Florida Safety-Net Hospitals Denounce Medicaid Payment Reform

If the Florida Senate goes through with its plan to change how hospitals are reimbursed for providing Medicaid care, non-profit safety-net hospitals throughout the state could lose tens of millions of dollars in favor of for-profit hospitals, according to a report from the Safety Net Hospital Alliance of Florida.

Earlier this year, Florida officials recommended that the state's managed care Medicaid program implement diagnosis-related group payments for hospital stays instead of the current per diem payments to hospitals.

The SNHAF found that two of the state's largest teaching hospitals — Jackson Memorial Hospital in Miami and Shands at the University of Florida in Gainesville — would lose a combined $65 million in Medicaid payments. Other non-profit networks, such as All Children's Hospital in St. Petersburg and Lee Memorial Health System in Fort Myers, would lose between $8 million and $10 million as well.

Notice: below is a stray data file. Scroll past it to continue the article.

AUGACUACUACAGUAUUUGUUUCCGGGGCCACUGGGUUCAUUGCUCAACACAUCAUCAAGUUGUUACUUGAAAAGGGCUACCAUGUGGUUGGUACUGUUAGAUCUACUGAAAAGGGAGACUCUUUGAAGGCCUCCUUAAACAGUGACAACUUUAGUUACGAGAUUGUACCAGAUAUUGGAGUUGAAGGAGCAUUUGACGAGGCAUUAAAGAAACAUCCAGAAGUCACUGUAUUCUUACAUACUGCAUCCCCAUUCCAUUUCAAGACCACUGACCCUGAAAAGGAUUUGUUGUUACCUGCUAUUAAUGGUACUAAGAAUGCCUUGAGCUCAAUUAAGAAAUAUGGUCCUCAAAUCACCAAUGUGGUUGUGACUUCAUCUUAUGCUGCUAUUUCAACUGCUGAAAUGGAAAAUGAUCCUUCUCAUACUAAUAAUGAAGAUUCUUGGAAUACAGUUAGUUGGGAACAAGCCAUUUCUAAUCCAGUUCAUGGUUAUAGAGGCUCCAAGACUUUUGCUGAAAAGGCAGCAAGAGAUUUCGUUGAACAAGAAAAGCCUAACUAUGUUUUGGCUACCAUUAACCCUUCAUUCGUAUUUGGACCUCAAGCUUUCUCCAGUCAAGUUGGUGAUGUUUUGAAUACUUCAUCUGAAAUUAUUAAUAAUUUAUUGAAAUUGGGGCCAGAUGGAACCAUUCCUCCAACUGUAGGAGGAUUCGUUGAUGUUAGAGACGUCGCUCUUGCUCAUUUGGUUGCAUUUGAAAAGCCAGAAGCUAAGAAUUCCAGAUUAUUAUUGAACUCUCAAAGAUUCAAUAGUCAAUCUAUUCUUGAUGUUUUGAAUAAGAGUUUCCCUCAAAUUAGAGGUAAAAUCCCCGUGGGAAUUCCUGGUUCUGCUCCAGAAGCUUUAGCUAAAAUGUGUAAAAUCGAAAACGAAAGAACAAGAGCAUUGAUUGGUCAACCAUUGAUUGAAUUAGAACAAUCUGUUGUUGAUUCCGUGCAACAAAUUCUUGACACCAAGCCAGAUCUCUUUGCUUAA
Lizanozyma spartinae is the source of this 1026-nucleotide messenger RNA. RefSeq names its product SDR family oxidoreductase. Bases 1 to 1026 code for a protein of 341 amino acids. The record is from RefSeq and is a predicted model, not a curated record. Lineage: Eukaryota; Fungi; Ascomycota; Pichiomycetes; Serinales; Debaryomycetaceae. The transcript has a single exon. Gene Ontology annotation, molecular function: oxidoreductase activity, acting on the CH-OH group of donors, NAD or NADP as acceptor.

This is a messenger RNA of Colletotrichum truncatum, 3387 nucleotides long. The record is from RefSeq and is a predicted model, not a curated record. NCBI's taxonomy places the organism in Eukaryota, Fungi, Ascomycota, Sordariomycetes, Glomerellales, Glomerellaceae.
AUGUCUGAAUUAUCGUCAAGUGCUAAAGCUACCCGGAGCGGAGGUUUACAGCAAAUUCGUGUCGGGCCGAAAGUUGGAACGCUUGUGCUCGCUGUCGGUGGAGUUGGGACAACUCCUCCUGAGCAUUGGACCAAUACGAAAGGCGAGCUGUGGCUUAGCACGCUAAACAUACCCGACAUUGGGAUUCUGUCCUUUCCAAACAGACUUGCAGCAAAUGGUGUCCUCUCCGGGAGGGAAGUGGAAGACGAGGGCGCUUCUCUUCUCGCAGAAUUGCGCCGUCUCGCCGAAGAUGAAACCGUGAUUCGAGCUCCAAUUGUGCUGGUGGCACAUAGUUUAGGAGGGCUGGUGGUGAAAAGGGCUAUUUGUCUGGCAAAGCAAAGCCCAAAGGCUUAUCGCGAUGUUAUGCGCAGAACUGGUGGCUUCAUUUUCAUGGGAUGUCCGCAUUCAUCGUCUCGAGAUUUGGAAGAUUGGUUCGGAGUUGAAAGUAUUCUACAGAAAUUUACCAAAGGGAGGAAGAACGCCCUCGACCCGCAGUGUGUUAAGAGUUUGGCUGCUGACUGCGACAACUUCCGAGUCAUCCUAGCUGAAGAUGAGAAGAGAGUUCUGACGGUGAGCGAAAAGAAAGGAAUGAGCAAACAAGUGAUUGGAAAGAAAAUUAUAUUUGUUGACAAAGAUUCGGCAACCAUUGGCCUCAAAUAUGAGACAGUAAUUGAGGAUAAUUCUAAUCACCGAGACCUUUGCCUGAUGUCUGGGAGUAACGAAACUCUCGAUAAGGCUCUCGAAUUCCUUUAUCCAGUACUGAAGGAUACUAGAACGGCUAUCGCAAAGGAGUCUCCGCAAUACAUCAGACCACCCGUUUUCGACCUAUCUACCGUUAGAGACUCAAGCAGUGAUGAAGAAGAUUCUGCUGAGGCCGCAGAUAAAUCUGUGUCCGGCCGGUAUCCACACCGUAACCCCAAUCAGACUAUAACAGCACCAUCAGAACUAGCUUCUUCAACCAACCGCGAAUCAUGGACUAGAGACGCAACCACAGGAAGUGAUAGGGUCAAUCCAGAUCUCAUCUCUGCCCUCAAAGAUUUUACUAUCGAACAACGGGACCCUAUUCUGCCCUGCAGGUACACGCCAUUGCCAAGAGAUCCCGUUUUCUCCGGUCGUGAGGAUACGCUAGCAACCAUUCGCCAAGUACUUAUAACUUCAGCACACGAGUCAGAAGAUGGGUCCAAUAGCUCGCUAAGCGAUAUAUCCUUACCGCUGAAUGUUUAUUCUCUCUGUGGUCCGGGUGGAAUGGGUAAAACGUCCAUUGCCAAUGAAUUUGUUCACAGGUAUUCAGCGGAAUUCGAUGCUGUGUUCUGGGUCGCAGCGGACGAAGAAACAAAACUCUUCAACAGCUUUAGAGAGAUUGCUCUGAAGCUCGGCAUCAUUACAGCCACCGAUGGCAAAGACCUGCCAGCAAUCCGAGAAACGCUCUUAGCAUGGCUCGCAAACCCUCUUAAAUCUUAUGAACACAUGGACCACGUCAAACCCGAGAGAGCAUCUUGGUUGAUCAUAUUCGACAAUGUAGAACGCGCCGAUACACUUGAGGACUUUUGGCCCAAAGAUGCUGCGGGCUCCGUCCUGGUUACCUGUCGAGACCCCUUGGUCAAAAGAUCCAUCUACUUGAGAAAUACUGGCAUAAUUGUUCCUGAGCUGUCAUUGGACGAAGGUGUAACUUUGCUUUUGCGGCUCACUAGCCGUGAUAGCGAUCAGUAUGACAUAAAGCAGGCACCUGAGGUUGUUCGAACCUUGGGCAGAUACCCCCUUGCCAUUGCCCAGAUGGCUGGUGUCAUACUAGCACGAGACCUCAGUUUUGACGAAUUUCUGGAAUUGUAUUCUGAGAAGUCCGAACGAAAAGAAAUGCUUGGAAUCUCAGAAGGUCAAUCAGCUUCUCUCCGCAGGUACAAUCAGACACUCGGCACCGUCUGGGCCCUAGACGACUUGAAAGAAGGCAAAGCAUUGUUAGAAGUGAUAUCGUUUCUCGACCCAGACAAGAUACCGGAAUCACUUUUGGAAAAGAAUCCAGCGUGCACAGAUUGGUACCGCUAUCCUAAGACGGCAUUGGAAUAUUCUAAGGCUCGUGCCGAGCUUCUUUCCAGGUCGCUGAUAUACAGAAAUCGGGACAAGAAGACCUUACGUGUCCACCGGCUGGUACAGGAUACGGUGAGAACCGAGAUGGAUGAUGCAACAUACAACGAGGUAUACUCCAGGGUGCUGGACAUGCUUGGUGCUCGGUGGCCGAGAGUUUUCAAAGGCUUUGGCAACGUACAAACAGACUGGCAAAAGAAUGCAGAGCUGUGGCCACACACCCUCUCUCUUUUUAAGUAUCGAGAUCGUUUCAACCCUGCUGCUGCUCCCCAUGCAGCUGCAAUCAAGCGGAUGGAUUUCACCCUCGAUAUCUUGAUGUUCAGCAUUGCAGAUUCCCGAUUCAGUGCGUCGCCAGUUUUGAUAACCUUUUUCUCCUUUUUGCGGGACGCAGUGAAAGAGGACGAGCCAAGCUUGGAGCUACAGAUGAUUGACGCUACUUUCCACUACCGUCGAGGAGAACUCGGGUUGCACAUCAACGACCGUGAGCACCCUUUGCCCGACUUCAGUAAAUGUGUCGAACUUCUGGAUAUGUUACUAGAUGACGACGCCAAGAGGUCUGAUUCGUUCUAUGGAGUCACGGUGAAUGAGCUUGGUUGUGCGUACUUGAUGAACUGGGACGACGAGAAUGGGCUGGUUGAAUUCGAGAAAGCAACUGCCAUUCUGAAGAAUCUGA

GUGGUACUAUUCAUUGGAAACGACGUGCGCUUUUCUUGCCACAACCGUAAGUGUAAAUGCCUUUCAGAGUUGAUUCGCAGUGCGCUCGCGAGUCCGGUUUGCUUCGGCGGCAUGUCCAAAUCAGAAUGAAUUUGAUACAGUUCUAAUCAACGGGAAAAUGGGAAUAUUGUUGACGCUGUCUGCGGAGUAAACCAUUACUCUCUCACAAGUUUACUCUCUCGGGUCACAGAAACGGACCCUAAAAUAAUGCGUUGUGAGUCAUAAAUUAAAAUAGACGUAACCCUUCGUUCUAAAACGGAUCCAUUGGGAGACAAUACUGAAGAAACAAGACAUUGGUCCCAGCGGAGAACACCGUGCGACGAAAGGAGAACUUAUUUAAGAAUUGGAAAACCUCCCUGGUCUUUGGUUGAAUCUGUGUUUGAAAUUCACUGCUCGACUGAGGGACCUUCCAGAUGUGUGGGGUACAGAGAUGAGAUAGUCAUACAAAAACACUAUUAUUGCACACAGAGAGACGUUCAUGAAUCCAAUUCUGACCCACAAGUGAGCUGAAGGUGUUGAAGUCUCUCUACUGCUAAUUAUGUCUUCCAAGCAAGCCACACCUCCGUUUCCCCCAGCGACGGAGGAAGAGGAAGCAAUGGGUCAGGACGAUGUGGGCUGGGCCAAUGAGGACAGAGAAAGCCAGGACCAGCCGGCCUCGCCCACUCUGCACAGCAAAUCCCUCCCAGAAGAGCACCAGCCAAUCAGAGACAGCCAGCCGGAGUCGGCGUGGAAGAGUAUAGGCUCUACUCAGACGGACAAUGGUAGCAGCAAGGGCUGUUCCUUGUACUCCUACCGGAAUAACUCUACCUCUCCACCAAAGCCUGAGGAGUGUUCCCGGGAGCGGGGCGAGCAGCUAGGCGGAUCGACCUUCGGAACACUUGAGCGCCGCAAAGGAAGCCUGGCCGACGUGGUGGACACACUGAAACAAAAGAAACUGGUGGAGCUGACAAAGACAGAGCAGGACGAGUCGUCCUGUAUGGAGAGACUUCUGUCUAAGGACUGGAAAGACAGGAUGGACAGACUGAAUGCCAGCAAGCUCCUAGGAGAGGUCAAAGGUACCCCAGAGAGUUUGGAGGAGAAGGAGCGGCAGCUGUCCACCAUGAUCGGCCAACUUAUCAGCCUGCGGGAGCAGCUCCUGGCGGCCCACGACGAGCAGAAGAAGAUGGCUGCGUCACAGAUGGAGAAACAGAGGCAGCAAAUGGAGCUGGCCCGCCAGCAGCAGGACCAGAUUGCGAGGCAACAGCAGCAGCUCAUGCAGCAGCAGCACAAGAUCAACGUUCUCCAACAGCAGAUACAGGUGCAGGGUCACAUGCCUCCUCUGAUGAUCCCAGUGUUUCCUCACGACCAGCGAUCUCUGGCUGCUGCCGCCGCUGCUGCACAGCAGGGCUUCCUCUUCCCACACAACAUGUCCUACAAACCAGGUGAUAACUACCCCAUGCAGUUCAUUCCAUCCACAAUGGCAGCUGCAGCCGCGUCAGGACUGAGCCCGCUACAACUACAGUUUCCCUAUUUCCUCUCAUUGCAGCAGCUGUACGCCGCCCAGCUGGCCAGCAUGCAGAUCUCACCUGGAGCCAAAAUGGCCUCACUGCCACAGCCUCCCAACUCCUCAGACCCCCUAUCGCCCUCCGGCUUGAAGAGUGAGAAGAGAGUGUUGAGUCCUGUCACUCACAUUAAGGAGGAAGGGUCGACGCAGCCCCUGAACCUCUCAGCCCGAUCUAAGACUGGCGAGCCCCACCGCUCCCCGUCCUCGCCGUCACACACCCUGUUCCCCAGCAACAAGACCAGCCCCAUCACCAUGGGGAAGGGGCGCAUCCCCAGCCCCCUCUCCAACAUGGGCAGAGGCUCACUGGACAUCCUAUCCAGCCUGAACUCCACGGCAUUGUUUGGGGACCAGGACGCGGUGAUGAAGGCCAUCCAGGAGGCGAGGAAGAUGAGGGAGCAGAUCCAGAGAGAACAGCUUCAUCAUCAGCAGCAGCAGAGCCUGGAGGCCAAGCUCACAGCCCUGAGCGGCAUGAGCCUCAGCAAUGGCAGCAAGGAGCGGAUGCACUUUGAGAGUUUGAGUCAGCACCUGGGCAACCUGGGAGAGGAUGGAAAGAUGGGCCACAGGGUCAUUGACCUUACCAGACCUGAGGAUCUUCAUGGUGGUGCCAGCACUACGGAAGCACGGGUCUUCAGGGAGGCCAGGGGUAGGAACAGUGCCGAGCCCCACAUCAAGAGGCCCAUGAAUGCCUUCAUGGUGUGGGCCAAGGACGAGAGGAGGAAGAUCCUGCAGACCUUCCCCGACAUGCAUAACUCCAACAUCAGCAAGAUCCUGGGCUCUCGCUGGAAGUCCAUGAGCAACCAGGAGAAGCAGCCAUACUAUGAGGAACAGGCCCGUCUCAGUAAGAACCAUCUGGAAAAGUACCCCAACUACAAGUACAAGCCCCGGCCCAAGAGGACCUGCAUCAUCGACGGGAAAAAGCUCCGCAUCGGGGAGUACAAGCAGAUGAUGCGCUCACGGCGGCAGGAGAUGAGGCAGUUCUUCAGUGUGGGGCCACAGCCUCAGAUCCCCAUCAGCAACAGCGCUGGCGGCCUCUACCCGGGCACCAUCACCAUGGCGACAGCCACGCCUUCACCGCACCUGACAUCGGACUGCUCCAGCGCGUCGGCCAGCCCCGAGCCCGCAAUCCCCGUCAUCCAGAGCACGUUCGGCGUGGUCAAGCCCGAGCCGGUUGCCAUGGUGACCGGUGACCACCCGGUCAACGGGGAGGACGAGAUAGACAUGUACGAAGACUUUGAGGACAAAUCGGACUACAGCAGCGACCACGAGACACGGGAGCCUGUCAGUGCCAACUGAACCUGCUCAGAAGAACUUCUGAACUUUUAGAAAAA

In total, the 14 safety-net hospitals within the SNHAF would see their Medicaid reimbursements cut by $80 million, while for-profit hospitals would receive an additional $75 million in Medicaid funds. Tony Carvalho, president of SNHAF, said in a news release that the Senate's plan would "damage the state's safety-net hospitals" and "is unfair to large urban counties."

More Articles on Florida Hospitals and Medicaid:

Florida Senate Committee Votes to Block Medicaid Expansion
Report: Florida Gov. Rick Scott Based Arguments on Faulty Medicaid Figures
Florida Medicaid to Implement DRG Payments

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